Smartphones are an integral part of our everyday lives, but most of us have no idea where, how, or what these devices are produced from. In an economic system that cares for little except for itself, Fairphone seeks to change this system from within.


By introducing a new, fairly produced and sustainably sourced smartphone, Fairphone hopes to inspire others to do the same. Speaking at WDCD Live in 2013, Fairphone founder Bas Van Abel spoke of the enterprise’s catalyst: “To me, design is about systemic change…the entire chain of production in products such as smartphones are seriously damaging and problematic. We want to become part of that economic system, to be able to change it”. By introducing Fairphone to the industry, the example of creating a positive impact across the value chain opens the market for products that put ethical values first.


Since founding in 2013 Fairphone have released 2 previous phones. This week, they announce the release of the latest model; Fairphone 3. There are many features that make Fairphone unique, and this stems from a desire to change the current way we manufacture and use our phones. As consumers, we’re not aware of the often life threatening, exploitative and damaging factors that communities involved in phone manufacturing face every day. For example; coltan mining in Congo – a mineral used in common mobile phones, is responsible for the hundreds of thousands of deaths relating to its production each year, alongside basic human rights violations such as child labor. Every step of the supply chain is problematic, from working conditions, to below-minimum pay, to ecological and social damage from waste and byproducts. By working directly with the production partners to improve supply chains – ensuring fair pay and working conditions, alongside setting up new initiatives such as better sourcing of cobalt, Fairphone aim to motivate the market to act more responsibly.


One unique Fairphone feature includes the ability to fix and replace individual modular elements of the phone such as the camera, speaker and display. The modular design is important in two ways: first by providing access and materials for users to easily fix their phone, saving money and empowering self sufficiency. Second, by reducing waste: Approximately 350,000 mobile phones are disposed of each day, according to 2010 figures from the EPA. That equates to more than 152 million phones thrown away in one year. This huge figure of waste is partly due to manufacturers making their products inaccessible; consumers are encouraged to just buy the next model and throw away the last, rather than fix it themselves. In addition to waste reduction, Fairphone 3 supports collection programs in countries like Ghana, and will reward buyers for using Fairphone’s recycle program to return their previous phones.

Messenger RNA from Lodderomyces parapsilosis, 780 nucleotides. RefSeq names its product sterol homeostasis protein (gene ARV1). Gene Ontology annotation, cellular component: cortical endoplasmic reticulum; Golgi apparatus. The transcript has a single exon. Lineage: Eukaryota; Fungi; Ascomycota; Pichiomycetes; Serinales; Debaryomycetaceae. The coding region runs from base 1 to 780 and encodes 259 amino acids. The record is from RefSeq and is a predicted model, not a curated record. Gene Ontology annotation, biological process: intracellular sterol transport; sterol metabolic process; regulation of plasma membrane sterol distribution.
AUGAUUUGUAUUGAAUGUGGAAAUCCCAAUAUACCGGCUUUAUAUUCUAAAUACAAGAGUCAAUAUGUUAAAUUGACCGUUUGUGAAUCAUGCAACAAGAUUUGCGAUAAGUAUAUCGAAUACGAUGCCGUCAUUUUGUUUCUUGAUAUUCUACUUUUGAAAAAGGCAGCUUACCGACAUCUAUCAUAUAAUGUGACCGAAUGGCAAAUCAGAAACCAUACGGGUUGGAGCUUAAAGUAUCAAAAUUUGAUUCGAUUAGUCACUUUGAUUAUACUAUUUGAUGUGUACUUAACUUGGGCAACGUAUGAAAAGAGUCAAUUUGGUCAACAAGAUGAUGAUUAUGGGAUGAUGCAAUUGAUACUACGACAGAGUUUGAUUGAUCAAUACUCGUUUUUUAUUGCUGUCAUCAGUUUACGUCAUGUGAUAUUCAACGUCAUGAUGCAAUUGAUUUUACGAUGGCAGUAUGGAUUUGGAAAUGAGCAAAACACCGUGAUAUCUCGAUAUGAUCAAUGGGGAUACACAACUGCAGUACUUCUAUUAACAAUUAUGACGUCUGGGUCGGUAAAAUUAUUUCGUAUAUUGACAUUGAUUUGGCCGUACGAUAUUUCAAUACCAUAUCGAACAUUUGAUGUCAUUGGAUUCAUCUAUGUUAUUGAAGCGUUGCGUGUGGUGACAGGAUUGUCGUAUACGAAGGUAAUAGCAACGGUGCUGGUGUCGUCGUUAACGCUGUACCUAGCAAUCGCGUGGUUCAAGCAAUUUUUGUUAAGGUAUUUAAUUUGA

Sustainably sourced materials such as fairtrade gold, conflict-free tin and tungsten, and recycled copper and plastics make the body of the phone. Keeping the Fairphone 3 longer while maintaining it, can save 30% of CO2 emissions or more. This, along with great features including 64gb space, android 9 operating systems, and full-day battery life make the Fairphone 3 both ethically and functionally attractive, while maintaining a groundwork for other companies to follow suite.

“By establishing a market for ethical products, we want to motivate the entire industry to act more responsibly since we cannot achieve this change alone”


Fairphone CEO Eva Gouwens sums up the company’s goals for the Fairphone 3, commenting:

“We envision an economy where consideration for people and the planet is a natural part of doing business and according to this vision, we have created scalable ways to improve our supply chain and product. We developed the Fairphone 3 to be a real sustainable alternative on the market, which is a big step towards lasting change. By establishing a market for ethical products, we want to motivate the entire industry to act more responsibly since we cannot achieve this change alone.”

Interested in joining the Fairphone community, or want to learn more about the fair specs and fair supply chain? Check our their website for further details. Change is calling!